A Beginner’s Guide to the Circular Economy
At HappyPorch, we talk a lot about the circular economy and how it provides a solution to so many of the problems we face as a society.
But for those who are new to the term and these ideas, we wanted to take some time to define the term and dig into some of the basic concepts.
Let’s dive in!
What is the Circular Economy?
Since 2010, the Ellen MacArthur Foundation has been a major thought leader in the circular economy space.
The Ellen MacArthur Foundation defines the circular economy as an economy that pursues three main goals:
- Eliminate waste and pollution
- Circular products and materials at their highest value
- Regenerate nature
The Ellen MacArthur Foundation also popularised the butterfly diagram, which is a helpful tool for illustrating how we as a society can accomplish these three tasks at a macro level.
To put it in simple and human terms, we love how our podcast co-host Emily Swaddle summed up the idea of the circular economy:
“The circular economy for me is an economic system, a global economic system in which we care about what comes out of our production system as well as what goes into it.”
Circular vs. Linear Economy
We can also describe what the circular economy is by explaining what it’s not: a linear economy.
Our current system is linear, a take-make-waste system. We extract materials from nature, use these materials to make stuff, then produce waste without much of a thought to how this impacts people and the planet.
By contrast, in the circular economy, we want to “circulate” a product for as long as possible through quality design, reuse, sharing, and every other means.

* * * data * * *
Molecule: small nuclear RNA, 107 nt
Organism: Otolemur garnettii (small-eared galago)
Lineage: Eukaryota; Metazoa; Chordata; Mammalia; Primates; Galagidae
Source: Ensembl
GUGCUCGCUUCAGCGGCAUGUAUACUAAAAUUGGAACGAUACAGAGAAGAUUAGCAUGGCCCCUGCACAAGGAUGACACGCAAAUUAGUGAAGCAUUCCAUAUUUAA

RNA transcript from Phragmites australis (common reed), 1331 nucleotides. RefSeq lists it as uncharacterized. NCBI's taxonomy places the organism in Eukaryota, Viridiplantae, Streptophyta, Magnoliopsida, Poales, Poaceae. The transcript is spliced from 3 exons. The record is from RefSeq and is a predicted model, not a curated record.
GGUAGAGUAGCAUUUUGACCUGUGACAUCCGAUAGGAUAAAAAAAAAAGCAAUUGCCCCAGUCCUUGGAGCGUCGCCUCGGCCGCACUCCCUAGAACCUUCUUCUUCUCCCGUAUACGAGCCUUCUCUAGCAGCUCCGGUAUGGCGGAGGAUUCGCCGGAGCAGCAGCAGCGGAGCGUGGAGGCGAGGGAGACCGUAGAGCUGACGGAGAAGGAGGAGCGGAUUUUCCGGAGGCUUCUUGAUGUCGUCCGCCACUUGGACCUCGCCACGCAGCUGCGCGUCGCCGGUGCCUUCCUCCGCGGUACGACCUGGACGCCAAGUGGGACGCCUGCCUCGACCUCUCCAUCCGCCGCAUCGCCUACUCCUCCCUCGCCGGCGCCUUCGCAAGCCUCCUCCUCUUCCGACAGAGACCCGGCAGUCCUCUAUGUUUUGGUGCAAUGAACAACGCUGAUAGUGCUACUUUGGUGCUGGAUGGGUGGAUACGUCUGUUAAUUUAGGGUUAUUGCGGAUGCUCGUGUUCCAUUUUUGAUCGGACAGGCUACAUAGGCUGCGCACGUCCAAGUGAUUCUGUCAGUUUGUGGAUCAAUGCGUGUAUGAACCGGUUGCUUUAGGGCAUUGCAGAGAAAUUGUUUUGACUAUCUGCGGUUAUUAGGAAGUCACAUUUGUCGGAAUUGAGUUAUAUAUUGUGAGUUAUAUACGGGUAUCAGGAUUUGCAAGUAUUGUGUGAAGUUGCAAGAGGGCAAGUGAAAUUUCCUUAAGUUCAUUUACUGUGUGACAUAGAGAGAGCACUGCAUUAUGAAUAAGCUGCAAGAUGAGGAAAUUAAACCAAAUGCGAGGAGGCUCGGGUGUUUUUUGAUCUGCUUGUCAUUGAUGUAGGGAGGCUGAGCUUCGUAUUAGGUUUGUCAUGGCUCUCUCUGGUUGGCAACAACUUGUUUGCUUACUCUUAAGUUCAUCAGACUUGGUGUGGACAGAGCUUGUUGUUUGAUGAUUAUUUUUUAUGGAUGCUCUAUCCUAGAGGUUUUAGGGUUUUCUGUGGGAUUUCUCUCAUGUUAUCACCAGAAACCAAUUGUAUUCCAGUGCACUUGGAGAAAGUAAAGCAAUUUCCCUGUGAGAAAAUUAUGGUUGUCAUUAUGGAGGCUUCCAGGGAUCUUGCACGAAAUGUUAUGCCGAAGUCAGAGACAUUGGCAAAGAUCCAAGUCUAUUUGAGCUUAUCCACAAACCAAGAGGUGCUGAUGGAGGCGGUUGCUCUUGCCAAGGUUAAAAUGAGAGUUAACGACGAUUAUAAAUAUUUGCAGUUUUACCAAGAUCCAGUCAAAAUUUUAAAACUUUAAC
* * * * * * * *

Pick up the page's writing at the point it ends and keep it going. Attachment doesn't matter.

When a product has reached its end-of-life, the individual materials that make up the product should continue to circulate within the system.
The whole circular system is designed to eliminate waste as much as possible, and minimise “leakage” into the environment.
Staying Within Planetary Boundaries
Another key goal of the circular economy is staying within our “planetary boundaries” and using resources only up to a safe point.
If we overshoot these boundaries (as humanity has already done in some tragic cases) we risk even more biodiversity loss, instability due to climate change, and other major consequences.
The Doughnut Economics model shows us how we can operate a just and equitable society for everyone without overshooting these boundaries. This is another way of visualising the goal of a circular economy.
There is no Planet B. We have to transition to an economy that stays within these planetary boundaries, regenerates nature, and ensures all humans have access to critical resources.
Circular Economy and Recycling
Many people think of recycling when they think of the circular economy. And while it’s true that an optimised recycling system is one aspect of circularity, the circular economy is so much more than that.
Think of clothing you might wear occasionally — like ski gear or a tuxedo. Instead of buying the item, using it, and then donating it or recycling it at its end-of-life, you could rent or share the item instead.
Depending on how well the product is designed and maintained, that one item could serve hundreds or thousands of people before it wears out. When the product reaches its end-of-life, the manufacturer would then be responsible for recycling and reusing the individual materials.
Recycling is certainly an important part of the picture, and on the podcast we’ve talked with entrepreneurs doing really exciting work in this area. TerraCycle, for instance, works in more than 20 markets around the world to recycle previously non-recyclable waste.